The Greens have highlighted issues with the climate, housing and inequality in their tradional "State of the Planet" speech.
Co-leader Marama Davidson gave the party's speech today and took the opportunity to announce she will once again be seeking nomination for the Tamaki Makaurau electorate in this years election.
Davidson took a stock take of the Greens' first two years in government.
"We've done so much, including banning new offshore oil and gas permits, delivering a blueprint for a kinder and stronger social safety net, and passing the Zero Carbon Act," she said.
However, she stressed the work that was happening in Parliament needed to go further and faster.
"I look forward to the day when humans stop thinking we can be the boss of our big mama, and just love her the way we are supposed to," she said.
She highlighted the indigenous peoples roles in protecting the environment.
"Indigenous peoples expertise, knowledge and most importantly leadership is critical in protecting our climate, solving inequality and caring for our planet."
But she did note that other people may have more pressing problems they instead needed to deal with, particularly with housing.
"Someone commented, 'You know Marama, I can't even think about this climate stuff while I'm losing the house I live in because I can't afford the rent increase'."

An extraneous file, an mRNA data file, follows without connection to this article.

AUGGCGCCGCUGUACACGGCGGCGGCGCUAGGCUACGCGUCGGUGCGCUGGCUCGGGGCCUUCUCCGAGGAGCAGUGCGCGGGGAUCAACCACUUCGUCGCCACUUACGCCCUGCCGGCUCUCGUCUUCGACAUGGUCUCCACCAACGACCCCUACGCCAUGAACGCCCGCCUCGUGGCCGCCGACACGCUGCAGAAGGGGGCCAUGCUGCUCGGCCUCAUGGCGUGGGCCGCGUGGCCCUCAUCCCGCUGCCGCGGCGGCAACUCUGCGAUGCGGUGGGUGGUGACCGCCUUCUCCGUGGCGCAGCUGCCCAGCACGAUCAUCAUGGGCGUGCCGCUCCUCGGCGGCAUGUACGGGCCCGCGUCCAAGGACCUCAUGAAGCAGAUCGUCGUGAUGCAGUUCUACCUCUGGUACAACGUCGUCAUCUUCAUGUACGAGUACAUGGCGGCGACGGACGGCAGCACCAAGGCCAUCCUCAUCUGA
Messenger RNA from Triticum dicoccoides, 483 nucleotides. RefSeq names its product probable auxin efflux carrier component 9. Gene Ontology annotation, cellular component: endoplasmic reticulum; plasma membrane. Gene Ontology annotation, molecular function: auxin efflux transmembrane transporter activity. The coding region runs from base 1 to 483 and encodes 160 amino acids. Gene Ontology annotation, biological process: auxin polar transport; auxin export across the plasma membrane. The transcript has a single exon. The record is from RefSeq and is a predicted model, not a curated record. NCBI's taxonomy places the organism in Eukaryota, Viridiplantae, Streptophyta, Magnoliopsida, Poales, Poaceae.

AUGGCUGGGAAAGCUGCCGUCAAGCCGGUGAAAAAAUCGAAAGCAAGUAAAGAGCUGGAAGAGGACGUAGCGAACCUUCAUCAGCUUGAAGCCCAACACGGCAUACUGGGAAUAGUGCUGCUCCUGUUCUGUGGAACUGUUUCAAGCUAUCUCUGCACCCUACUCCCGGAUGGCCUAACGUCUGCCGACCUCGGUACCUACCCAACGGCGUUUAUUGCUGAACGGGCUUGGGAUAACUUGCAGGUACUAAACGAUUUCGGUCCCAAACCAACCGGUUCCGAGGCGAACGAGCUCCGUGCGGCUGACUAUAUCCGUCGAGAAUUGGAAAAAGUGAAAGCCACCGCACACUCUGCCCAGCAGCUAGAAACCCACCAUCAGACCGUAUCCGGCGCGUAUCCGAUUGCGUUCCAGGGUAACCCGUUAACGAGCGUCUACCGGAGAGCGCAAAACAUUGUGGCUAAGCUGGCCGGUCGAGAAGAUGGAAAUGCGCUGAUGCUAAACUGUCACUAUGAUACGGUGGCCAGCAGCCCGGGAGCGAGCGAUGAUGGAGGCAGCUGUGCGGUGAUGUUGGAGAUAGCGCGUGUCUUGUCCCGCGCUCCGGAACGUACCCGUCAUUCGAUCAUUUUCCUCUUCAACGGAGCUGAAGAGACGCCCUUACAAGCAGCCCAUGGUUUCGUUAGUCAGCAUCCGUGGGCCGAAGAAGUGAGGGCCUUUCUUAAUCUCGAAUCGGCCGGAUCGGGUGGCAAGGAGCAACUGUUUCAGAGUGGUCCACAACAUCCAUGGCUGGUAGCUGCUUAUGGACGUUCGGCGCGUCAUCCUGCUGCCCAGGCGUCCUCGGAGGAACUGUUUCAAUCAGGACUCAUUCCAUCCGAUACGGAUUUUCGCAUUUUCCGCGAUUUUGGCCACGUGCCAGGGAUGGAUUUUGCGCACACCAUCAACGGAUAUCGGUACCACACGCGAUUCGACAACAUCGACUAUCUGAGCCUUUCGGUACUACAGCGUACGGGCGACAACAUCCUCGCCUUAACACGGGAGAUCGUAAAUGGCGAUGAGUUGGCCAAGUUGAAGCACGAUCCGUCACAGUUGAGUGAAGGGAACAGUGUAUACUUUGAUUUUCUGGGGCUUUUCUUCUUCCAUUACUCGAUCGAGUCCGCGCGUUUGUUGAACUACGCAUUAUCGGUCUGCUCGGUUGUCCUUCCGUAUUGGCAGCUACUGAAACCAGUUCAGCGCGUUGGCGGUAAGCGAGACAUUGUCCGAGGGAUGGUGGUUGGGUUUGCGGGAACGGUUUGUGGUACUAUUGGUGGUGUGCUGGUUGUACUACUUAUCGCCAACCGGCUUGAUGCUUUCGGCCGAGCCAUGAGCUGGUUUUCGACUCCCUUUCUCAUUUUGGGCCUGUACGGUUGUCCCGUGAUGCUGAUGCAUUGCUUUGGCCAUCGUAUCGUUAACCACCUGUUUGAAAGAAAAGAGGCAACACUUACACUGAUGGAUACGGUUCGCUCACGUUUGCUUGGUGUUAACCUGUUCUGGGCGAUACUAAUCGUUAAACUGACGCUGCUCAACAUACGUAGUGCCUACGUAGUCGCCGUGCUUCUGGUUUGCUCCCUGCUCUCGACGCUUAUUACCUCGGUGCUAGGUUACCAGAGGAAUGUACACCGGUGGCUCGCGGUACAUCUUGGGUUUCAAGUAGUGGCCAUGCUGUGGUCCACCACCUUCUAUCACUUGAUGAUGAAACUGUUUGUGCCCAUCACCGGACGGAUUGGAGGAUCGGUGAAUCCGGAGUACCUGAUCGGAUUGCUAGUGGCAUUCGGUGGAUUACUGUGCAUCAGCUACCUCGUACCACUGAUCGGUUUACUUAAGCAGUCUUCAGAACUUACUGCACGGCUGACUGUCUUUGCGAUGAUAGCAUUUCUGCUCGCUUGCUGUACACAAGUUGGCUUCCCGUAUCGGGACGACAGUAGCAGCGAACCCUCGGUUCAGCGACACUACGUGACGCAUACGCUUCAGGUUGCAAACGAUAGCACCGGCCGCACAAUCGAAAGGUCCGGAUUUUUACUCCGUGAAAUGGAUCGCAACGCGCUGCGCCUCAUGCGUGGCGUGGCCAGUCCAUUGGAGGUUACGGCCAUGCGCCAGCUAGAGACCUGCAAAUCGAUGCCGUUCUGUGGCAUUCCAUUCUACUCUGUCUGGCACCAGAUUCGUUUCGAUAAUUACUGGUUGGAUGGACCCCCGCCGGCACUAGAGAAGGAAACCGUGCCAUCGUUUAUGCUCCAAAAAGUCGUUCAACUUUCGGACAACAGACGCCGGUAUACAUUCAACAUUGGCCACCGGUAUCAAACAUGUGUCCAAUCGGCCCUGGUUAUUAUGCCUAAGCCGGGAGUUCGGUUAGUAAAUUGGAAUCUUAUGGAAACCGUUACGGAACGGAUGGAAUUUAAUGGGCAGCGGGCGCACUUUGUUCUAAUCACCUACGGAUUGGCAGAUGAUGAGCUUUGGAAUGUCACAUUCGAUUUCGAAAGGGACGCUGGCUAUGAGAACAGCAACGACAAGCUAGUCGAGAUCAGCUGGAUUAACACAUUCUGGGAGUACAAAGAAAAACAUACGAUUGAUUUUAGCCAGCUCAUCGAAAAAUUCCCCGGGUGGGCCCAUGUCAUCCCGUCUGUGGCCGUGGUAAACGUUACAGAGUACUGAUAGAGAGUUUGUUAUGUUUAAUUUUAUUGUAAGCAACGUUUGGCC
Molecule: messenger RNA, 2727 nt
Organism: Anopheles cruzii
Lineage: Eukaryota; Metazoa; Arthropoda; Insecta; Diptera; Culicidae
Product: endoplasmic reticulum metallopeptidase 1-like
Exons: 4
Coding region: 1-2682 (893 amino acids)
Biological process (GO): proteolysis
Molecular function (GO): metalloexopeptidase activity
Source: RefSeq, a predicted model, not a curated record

She said that raised a valid point.
"In creating a zero carbon world, we have to make sure people are able to put food on the table and have a roof over their head, otherwise our solutions will seem irrelevant to their lives," she said.
Davidson also criticised roaming armed police, an initiative that was backed by the Police Minister when it was launched in October.
Special police patrol vehicles carrying armed officers have been patrolling Counties Manukau, Waikato and Canterbury in a six-month trial.
"I'm proud and a little bit sad to be honest, to be the only politician supported by my colleagues pointing out that our south Auckland families don't need roaming armed police they need homes, decent jobs, health care and education," the Green Party co-leader said.
Davidson said she had spoken with Police Commissioner Mike Bush on the matter.
"I sought assurance that this is a trial, I made it very clear that the communities are not on board with the trial," she said.
"The police released only recently a report to rebuild trust between Maori communities and the police, these sorts of moves go against rebuilding that trust."